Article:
There is more wisdom in your body than in your deepest philosophy.”
— Friedrich Nietzsche
I was fortunate to be in London this summer with 100 coaches from around the world. If you ever want to be in room that just buzzes with potential and possibility, a roomful of powerful coaches uniquely committed to transforming reality as we know it, is the place to be.
In this master class with my coach, Rich Litvin and Steve Chandler, Steve drew a picture of the ladder of consciousness. At the bottom of the ladder you had states of being like worry, depression, reactivity, defensiveness. At the top were states like optimism, receptivity, safety, connection – generally the places most people would say they would prefer to hang out in.
And what was the quickest way up the ladder? They jokingly said it was LSD – laughter, singing and dancing. As the music started, the group immediately began to move. Many of us could not dance without singing. And by the time the song was over, we spontaneously broke into applause and laughter.
While we were dancing you could tell that some people felt they looked silly. But the smiles on their faces revealed that they liked having the permission to be so. Others grinned as they remembered how smooth they could be when prompted. There were some interesting expressions!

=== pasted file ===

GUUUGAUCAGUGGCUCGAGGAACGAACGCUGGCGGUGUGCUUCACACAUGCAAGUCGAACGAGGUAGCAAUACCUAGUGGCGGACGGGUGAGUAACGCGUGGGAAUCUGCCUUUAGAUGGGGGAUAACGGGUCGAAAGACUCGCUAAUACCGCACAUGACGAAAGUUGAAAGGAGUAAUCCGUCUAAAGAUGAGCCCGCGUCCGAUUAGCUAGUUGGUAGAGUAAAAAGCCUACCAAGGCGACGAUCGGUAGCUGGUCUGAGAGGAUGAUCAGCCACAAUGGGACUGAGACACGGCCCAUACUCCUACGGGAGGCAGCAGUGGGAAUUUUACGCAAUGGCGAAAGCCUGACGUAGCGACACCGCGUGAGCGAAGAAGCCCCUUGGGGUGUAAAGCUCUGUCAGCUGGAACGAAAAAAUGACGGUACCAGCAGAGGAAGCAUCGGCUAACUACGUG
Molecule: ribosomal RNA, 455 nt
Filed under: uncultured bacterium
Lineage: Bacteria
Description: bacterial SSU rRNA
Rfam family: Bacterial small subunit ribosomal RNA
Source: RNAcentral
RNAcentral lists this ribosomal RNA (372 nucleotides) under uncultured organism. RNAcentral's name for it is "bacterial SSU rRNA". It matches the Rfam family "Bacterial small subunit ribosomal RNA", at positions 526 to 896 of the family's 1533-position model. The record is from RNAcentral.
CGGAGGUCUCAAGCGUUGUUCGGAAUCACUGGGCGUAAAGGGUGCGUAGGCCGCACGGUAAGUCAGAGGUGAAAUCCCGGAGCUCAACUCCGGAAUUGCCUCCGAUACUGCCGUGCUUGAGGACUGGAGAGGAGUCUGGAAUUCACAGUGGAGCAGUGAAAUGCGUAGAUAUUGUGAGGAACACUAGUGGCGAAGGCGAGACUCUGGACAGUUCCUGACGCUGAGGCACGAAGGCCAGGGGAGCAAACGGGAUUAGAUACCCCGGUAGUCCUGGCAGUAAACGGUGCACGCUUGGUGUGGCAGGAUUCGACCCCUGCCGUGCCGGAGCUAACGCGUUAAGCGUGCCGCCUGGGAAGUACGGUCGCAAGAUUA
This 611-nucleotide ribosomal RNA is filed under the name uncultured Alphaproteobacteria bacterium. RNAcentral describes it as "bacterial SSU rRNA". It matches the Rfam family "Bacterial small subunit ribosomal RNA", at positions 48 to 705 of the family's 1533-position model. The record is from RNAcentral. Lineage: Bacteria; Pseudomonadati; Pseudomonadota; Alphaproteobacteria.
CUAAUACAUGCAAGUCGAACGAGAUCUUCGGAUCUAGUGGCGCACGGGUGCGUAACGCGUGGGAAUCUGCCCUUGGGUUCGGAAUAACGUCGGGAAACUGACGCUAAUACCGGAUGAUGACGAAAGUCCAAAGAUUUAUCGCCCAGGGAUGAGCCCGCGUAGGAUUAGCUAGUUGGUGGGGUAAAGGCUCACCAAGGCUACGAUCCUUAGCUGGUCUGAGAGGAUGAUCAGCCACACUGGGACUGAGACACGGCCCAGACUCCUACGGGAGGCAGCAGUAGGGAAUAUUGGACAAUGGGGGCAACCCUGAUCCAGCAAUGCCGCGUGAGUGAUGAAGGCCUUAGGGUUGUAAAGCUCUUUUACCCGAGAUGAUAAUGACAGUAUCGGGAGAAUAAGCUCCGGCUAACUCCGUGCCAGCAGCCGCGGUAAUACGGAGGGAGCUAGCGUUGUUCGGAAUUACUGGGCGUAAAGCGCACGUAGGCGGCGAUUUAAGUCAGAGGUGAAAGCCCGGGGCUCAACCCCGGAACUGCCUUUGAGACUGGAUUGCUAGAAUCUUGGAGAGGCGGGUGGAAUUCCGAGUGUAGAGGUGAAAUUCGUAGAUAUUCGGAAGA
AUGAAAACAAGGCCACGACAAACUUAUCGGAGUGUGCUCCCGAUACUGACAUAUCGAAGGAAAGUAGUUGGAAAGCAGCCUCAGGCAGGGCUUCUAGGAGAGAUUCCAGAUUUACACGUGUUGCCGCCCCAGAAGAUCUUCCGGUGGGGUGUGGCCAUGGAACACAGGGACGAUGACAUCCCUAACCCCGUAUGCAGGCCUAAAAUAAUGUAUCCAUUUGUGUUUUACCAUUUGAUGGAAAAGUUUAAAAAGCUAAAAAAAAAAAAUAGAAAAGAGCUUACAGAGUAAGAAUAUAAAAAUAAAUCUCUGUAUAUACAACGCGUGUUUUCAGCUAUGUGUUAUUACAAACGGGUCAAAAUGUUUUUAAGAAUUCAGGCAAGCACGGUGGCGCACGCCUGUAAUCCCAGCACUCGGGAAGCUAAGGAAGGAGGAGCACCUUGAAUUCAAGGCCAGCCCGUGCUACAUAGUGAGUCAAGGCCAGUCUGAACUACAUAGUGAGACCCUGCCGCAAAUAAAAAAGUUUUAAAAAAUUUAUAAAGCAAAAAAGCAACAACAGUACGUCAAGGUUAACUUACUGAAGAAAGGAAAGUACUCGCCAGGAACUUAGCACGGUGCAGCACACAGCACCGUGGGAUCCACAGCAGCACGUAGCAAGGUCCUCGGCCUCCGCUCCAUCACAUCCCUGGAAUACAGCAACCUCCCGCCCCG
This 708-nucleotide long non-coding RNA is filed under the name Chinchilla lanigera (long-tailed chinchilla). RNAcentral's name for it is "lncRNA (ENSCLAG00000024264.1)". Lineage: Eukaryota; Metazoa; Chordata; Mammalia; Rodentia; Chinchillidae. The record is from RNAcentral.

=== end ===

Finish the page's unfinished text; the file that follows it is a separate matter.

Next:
It was a great representation of a mind/body principle in action. Deliberately getting ‘into’ our bodies shifted our mood, and allowed us to feel more open to possibility in a matter of minutes.
You may have seen Amy Cuddy’s powerful TED talk on power posing and on how “making yourself big” for just two minutes before a meeting or presentation actually changes the brain. A recent NY Times article reports that changes occur in “ways that build courage, reduce anxiety and inspire leadership. “
And the science is there. In an experiment she conducted with researchers Dana R. Carney and Andy J. Yap showed that “lab participants who spent two minutes in a room alone doing high-power poses (feet on the desk with fingers laced behind the head, let’s say) increased testosterone levels by about 20 percent and lowered the stress hormone cortisol by about 25 percent.”
For me, that brief interlude in London was all I needed to feel myself at the top of the ladder. I felt amazing, fully present body, mind, and spirit, connected to everyone in the room, and more importantly really connected to me. Instead of thinking about how I’m here to serve, and who I’m here to be as a leader and in all aspects of my life…I could feel it on every level.
So I’ve committed to more LSD. More optimism, more happiness, more connection, more me. It only takes a few minutes. Sometimes it is just putting on a Killers song for a few minutes while I sing and dance my head off for five minutes. I’m partial to:
How you can incorporate more laughter, singing and dancing into your life? Right now.